Just days before stay-at-home orders went into place, I received the latest print issue of Bon Appetit, which was almost wholly dedicated to baking. It couldn’t have come at a better time. Over the next few weeks, my family and I made focaccia, camouflage brownies, cardamom-pistachio carrot cake and more. We baked the whole damn book — except for the cinnamon buns that graced the issue’s cover.
My new relationship with baking had, in a way, supplanted the lost interpersonal relationships that make life so interesting. I know I’m not alone here, and the sourdough loaves that took over all of our social media channels are proof. But I wasn’t ready for cinnamon buns, a fling I had been through before.
As it goes with romance, you never forget your first. Mine kindled on a riverbank in New Zealand, a few days into the whitewater canoeing portion of a season-long wilderness course with the National Outdoor Leadership School, or NOLS. The NOLS curriculum includes proper glacier climbing techniques as well as how to live well in the wilderness, and the syllabus for that course includes making cinnamon buns from scratch. (With a tiny, single-burner camp stove instead of an oven.)
I watched from my seat in the river sediment as my instructor demonstrated how to combine yeast with sugar and salt in warm water until frothy before mixing in flour to create what was, unmistakably, dough. After letting it rise in a plastic bag tucked into his down jacket while we discussed other topics, he brought it out again and spread it into a rectangle. When he lathered it with a mixture of butter, sugar and cinnamon, rolled it up and cut it into discs, thus revealing his true intentions — cinnamon buns — it blew my 18-year-old, Pillsbury-accustomed mind.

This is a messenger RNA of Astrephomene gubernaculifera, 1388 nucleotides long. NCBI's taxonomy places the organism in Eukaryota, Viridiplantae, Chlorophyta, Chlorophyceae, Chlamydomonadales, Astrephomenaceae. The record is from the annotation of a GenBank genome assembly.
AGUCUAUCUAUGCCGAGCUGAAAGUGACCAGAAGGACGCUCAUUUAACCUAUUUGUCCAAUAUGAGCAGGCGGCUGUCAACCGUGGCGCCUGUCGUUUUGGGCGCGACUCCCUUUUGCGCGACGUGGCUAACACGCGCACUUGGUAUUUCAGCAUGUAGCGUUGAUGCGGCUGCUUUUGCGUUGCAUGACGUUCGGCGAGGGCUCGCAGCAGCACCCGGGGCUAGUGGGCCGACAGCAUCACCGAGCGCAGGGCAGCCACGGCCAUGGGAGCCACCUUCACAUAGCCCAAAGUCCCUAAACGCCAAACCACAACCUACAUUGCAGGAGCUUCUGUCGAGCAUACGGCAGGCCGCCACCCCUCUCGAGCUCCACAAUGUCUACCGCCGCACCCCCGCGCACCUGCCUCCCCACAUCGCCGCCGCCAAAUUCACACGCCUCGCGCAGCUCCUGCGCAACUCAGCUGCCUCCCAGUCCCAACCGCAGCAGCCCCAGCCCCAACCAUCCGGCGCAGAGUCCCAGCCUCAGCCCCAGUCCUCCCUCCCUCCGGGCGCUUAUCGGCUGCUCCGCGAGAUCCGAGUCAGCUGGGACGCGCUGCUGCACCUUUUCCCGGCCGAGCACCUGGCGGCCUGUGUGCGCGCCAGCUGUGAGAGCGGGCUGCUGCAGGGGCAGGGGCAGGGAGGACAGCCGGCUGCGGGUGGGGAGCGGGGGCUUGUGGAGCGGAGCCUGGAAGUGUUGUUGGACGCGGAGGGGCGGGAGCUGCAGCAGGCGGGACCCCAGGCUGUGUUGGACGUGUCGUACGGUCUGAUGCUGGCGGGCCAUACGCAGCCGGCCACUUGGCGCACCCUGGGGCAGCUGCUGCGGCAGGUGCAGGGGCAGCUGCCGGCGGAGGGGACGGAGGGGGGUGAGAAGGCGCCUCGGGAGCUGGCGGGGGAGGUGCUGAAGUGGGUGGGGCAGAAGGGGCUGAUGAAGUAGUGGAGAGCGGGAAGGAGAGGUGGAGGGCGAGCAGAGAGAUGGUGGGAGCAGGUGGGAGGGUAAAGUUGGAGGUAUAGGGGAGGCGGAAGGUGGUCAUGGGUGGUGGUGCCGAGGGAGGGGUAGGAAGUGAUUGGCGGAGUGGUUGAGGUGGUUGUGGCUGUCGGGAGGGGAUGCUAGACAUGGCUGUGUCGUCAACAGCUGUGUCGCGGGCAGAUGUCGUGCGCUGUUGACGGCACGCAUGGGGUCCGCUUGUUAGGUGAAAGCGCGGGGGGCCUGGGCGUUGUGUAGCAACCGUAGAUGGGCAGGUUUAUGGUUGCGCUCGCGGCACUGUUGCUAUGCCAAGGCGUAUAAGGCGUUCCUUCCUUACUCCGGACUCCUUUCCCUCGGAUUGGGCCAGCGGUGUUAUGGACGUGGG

Cooking in the backcountry can be a pain, but the satisfaction of a tasty meal or dessert multiplies exponentially after a long day on the trail or river. Just-add-water bags of dehydrated food offer more easy options than ever, but they’ll never stand up to something made with raw ingredients (and probably a little accidental dirt) from scratch. You don’t have to take a NOLS course to learn how to do it either; the school offers up all its recipes, including one for cinnamon buns, in Claudia Pearson’s NOLS Cookery.
A few days after we learned how to make dough, it snowed. We reveled and made snow people, but after the sun left us without its heat, our moods turned dark. We huddled beneath our tarp after dinner, sipping tea and trying not to think about how we’d have to thaw our socks before putting them on in the morning.
“I’m making cinnamon buns,” one of my tentmates declared. We each ate two, one before bed, hot, and the other in the morning with our daily oatmeal. They were the best I’ve ever had.
NOLS Cinnamon Rolls
Ingredients for Yeast Dough
1 tablespoon yeast
1 ½ cups lukewarm water
2 tablespoons sugar
2 teaspoons salt
2 tablespoons butter or oil (optional)
3-3 ½ cups flour
Ingredients for Filling
4 tablespoons butter
½-1 cup brown sugar
1 tablespoons cinnamon
½ cup nuts (optional)
½ cup dried fruit (optional)
1. Dissolve yeast in a small bowl/cup in lukewarm water with sugar and salt.
2. Cover and let sit for 5 minutes in a warm spot until it froths.
3. Add yeast mixture to a bowl with half of the flour.
4. Beat vigorously for 2-3 minutes.
5. Add butter and the remaining flour to form a thick dough.
6. Knead the dough on a floured surface (putting flour on your hands will make them less sticky, too). You’ll know the dough’s ready when it’s silky and springy.
7. Shape dough into a loaf, then place in an oiled pot or frying pan.
8. Cover and let rise for about an hour or until dough doubles in size.
9. While the dough is rising, prepare your filling: Mix butter, brown sugar, and cinnamon until creamy.
10. After the dough’s risen, punch it down, and roll it out into a large rectangle ½ inch thick.
11. Spread filling on the dough and sprinkle with nuts and dried fruit, if desired.
12.Roll up the rectangle “jelly-roll” style, pinching dough closed so the filling doesn’t fall out.
13. Slice roll into 1-inch slices and place the slices in a greased pan (dental floss works well for slicing).
14. Cover and bake with a twiggy fire for 25-30 minutes OR cook on one side for a few minutes, then flip and cook the other side.